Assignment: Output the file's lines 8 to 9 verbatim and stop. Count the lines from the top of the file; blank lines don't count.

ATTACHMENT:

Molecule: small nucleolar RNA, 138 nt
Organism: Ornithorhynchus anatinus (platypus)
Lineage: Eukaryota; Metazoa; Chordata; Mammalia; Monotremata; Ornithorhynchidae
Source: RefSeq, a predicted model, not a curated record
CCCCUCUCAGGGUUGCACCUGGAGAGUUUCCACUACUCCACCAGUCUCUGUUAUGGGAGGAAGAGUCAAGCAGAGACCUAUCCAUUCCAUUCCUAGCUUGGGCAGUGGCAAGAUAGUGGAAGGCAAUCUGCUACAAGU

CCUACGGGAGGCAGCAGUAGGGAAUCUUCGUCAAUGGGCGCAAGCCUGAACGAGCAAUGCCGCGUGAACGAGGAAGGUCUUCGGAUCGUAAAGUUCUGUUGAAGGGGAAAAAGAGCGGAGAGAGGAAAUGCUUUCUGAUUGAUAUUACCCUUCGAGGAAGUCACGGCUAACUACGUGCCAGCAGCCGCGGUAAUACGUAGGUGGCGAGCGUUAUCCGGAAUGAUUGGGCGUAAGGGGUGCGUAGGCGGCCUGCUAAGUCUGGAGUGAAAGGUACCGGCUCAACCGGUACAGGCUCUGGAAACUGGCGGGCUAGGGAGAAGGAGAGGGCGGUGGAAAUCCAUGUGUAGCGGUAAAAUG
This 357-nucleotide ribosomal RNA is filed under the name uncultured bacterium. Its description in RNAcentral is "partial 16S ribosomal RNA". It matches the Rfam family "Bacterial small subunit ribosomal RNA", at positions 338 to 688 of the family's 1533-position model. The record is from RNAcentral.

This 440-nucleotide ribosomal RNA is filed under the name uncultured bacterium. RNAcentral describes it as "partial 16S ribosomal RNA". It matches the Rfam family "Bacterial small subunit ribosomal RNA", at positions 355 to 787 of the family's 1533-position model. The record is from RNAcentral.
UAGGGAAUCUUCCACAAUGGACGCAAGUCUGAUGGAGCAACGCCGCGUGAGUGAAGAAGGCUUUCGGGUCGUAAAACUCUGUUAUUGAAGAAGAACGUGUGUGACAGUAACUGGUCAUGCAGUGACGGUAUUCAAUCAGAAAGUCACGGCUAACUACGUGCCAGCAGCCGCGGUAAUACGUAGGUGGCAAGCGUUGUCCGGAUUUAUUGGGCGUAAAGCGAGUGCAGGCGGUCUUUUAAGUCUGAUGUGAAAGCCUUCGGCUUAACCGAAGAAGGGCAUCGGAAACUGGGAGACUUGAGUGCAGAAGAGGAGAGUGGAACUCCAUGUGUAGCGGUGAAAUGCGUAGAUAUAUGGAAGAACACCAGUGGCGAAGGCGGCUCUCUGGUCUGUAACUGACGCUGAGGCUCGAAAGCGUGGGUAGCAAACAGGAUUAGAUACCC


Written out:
This 440-nucleotide ribosomal RNA is filed under the name uncultured bacterium. RNAcentral describes it as "partial 16S ribosomal RNA". It matches the Rfam family "Bacterial small subunit ribosomal RNA", at positions 355 to 787 of the family's 1533-position model. The record is from RNAcentral.
UAGGGAAUCUUCCACAAUGGACGCAAGUCUGAUGGAGCAACGCCGCGUGAGUGAAGAAGGCUUUCGGGUCGUAAAACUCUGUUAUUGAAGAAGAACGUGUGUGACAGUAACUGGUCAUGCAGUGACGGUAUUCAAUCAGAAAGUCACGGCUAACUACGUGCCAGCAGCCGCGGUAAUACGUAGGUGGCAAGCGUUGUCCGGAUUUAUUGGGCGUAAAGCGAGUGCAGGCGGUCUUUUAAGUCUGAUGUGAAAGCCUUCGGCUUAACCGAAGAAGGGCAUCGGAAACUGGGAGACUUGAGUGCAGAAGAGGAGAGUGGAACUCCAUGUGUAGCGGUGAAAUGCGUAGAUAUAUGGAAGAACACCAGUGGCGAAGGCGGCUCUCUGGUCUGUAACUGACGCUGAGGCUCGAAAGCGUGGGUAGCAAACAGGAUUAGAUACCC